Another important invention in the Implementation Act is the requirement that the government establishes a human rights report system in accordance with the two treaties. As a result, ten well-respected independent experts from across the globe, many of them experienced in human rights treaty reviews, were invited by the Ma administration to examine Taiwan’s compliance in their individual capacity.

The review process was largely modeled on UN proceedings. The administration produced State Reports, which underwent several rounds of writing and rewriting by a variety of government agencies. A number of local scholars and civil society representatives took part in the government meetings to discuss the drafts. Compared with Taiwan’s previous human rights reports, which were usually outsourced to scholars and very rarely involved deliberations of government officials, this new drafting process prompted the bureaucracy to begin internalizing international human rights norms.

The review was marked by the impressive energy of the NGO community. More than a dozen NGOs prepared their own parallel reports to provide the international experts with additional information. Even more NGOs participated later in the hearings, making a deluge of requests to speak with the experts. The on-site review may have shortened the psychological distance between grass-roots groups and international legal platforms.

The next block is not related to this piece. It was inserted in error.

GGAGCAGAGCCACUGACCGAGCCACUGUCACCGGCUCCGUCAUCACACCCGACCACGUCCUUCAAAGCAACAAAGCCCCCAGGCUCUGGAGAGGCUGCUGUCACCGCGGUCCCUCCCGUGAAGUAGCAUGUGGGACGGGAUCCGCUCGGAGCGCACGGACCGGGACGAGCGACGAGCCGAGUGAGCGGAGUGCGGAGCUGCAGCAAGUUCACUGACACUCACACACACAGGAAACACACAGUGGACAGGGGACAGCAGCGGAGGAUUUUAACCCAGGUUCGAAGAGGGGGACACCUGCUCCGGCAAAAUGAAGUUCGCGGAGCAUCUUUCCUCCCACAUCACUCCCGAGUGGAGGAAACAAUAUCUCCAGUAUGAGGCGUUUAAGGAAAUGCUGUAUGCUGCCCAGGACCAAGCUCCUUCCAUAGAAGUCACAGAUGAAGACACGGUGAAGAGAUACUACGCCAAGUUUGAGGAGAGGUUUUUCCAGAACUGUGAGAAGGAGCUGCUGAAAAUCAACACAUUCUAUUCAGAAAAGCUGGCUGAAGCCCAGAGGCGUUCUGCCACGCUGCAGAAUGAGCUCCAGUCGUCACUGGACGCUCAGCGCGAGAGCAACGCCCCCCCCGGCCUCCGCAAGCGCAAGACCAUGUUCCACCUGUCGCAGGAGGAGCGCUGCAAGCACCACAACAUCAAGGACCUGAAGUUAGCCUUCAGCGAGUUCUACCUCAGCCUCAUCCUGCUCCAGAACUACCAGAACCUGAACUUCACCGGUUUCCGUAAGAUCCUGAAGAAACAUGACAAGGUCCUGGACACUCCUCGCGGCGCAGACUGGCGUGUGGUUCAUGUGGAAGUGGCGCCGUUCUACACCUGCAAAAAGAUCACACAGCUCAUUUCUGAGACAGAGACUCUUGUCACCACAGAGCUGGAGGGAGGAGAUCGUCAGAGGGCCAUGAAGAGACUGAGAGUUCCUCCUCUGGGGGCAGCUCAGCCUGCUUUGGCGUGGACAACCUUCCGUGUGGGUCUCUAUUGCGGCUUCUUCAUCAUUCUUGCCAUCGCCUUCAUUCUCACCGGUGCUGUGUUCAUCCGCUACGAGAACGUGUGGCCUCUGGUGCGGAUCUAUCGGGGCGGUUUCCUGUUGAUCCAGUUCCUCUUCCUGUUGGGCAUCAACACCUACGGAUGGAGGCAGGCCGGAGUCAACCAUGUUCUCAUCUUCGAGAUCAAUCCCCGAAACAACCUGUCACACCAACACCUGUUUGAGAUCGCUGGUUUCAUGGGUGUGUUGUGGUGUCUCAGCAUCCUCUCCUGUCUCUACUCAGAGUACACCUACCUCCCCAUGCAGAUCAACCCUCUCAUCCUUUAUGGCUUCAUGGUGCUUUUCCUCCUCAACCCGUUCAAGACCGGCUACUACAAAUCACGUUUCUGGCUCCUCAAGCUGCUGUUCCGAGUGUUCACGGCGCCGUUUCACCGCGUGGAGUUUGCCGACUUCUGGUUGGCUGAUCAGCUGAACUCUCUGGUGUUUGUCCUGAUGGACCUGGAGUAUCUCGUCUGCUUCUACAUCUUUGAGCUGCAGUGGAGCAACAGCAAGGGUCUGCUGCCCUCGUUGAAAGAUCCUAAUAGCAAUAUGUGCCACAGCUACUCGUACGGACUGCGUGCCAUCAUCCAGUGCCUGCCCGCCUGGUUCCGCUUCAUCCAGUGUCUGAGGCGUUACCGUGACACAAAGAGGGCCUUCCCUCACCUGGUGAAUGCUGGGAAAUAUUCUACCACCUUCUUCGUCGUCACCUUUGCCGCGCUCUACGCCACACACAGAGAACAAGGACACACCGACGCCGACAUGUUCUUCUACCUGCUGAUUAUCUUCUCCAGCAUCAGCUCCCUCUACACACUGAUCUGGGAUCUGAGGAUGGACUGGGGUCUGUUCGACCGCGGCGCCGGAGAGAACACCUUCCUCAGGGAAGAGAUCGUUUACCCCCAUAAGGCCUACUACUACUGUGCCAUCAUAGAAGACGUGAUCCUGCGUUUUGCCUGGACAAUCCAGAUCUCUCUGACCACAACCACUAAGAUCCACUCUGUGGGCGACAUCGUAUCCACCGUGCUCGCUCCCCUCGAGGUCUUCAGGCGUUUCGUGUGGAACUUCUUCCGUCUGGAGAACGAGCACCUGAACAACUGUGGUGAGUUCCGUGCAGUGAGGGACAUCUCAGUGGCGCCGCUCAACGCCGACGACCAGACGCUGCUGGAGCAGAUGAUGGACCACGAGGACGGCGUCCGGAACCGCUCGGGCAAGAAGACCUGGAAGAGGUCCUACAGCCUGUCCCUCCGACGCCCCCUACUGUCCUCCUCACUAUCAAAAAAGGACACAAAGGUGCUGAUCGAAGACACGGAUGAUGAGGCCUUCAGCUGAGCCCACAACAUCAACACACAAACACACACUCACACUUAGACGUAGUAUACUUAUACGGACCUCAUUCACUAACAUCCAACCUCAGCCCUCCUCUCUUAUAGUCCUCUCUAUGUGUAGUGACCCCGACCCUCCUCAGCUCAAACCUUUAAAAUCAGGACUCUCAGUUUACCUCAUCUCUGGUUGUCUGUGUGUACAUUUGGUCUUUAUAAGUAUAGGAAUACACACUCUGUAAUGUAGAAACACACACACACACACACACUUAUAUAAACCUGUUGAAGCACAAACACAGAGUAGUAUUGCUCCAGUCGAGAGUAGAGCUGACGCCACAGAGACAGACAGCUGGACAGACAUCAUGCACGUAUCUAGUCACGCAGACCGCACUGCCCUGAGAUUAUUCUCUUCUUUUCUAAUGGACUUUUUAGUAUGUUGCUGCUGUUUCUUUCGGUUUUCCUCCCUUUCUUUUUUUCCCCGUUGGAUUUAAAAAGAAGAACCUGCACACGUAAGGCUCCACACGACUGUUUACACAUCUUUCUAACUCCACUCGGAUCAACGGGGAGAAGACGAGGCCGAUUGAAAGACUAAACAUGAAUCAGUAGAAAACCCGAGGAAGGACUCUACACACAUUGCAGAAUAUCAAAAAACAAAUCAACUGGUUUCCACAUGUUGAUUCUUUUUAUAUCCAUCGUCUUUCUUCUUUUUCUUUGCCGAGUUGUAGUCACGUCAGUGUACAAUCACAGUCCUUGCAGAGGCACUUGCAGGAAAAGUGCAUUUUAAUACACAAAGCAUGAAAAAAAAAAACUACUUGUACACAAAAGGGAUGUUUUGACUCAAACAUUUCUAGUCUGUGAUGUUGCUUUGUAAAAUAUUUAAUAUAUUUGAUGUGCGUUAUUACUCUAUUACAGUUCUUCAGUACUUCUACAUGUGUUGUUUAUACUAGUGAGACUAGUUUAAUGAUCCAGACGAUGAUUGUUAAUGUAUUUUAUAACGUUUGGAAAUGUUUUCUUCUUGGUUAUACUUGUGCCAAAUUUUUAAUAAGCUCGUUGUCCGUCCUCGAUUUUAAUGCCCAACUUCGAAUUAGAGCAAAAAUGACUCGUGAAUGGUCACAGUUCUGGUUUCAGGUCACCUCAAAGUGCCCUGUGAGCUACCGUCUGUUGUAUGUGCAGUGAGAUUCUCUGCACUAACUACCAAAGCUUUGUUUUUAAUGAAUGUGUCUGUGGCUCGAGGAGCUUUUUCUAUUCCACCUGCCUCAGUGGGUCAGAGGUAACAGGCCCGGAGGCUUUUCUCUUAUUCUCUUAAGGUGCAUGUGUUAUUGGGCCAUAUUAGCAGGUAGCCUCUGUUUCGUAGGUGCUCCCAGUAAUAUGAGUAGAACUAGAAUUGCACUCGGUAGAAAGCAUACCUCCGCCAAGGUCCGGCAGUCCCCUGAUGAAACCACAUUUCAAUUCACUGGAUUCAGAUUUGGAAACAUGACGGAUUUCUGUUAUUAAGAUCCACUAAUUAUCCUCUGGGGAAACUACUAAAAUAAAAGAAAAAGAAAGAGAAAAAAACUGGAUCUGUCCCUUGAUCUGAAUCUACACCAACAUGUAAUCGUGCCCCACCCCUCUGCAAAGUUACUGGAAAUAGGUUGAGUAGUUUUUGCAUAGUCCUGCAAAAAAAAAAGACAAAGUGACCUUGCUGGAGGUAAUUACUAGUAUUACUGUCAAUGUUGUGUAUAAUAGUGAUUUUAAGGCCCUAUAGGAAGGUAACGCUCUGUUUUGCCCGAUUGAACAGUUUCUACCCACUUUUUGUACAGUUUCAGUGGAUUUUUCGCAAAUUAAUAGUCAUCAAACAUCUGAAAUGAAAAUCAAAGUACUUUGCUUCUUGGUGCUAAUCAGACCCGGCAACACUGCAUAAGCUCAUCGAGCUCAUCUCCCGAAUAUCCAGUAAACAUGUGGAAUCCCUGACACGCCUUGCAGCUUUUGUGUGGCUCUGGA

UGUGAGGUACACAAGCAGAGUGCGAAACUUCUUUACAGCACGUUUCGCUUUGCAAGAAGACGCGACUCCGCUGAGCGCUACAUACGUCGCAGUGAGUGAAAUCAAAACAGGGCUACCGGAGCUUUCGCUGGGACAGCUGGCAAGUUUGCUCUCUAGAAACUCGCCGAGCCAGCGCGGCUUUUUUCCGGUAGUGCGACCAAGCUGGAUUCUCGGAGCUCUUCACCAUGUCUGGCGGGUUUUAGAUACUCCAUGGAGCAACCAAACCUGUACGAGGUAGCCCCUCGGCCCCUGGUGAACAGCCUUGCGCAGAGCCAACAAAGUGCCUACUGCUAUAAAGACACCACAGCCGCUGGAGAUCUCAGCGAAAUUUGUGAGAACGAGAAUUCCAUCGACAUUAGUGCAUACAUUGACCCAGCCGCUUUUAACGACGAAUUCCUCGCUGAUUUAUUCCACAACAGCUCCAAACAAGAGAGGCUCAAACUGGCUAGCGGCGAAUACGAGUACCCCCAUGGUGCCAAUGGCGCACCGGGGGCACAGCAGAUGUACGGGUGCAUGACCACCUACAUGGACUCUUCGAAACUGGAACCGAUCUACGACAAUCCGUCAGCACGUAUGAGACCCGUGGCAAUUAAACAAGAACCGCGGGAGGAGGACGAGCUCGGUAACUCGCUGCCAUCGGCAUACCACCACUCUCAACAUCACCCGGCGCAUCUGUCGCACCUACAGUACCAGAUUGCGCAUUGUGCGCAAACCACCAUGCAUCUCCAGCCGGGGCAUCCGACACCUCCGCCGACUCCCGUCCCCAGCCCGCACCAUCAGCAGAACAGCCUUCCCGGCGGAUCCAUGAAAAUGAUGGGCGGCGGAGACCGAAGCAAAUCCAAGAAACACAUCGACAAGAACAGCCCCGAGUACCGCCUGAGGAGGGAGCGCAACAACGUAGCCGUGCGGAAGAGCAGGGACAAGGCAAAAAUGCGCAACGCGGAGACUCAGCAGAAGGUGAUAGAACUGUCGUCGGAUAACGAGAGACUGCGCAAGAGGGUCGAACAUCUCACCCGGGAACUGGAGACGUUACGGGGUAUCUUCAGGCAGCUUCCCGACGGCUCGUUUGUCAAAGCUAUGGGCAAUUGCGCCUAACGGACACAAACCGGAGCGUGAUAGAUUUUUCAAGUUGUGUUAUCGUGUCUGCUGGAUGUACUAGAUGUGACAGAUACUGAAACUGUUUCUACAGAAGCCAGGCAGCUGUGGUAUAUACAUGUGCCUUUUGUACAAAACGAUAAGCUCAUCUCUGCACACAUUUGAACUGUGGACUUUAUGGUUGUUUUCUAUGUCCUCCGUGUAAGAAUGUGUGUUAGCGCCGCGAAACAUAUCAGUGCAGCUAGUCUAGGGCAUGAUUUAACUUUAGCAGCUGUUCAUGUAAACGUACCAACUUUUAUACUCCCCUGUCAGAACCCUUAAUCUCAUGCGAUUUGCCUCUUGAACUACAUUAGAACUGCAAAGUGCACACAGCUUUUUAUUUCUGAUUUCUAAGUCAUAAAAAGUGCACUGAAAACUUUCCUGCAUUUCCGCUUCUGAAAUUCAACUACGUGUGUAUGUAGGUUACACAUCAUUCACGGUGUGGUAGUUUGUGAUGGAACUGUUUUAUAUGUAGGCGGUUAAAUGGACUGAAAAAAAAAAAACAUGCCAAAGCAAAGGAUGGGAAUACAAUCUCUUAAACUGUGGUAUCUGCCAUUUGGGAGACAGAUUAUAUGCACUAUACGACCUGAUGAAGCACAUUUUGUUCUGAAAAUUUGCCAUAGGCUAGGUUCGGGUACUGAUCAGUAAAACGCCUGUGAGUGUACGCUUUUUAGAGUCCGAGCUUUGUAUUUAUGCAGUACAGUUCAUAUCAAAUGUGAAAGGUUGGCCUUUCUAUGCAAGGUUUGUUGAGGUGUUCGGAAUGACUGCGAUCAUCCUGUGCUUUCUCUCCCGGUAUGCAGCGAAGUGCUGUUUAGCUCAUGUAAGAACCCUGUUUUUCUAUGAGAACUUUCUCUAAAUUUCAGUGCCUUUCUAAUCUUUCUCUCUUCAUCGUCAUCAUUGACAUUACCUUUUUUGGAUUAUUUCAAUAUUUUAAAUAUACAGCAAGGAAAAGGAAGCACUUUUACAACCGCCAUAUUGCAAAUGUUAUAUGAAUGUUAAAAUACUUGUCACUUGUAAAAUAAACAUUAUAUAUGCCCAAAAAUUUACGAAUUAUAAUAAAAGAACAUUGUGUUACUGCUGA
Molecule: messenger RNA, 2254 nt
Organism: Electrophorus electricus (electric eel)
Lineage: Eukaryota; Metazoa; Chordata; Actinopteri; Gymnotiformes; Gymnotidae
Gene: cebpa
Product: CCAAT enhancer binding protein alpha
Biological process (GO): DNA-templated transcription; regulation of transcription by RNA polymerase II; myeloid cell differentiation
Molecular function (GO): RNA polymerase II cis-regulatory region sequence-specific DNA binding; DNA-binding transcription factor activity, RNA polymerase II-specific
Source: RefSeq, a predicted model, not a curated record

After months of document exchange, the experts carried out a three-day dialogue in Taipei with government representatives to raise concerns, understand implementation challenges and discuss possible solutions. At the same time, they were also informed by meetings with NGOs.

The experts recognized the government’s serious efforts to engage in the dialogue, in particular its efforts to involve a large number of officials from various departments. However, the government did not seem responsive to many difficult questions raised by the experts and tended to give formal answers without meaningful assessment of the actual impact of its policy measures on human rights.

In the “Concluding Observations and Recommendations” issued after the review (the Chinese version can be found here), the experts took on a number of contentious issues, such as continuing executions, the concentration of media ownership, deteriorating prison/detention conditions and former President Chen Shui-bian’s serious health problems.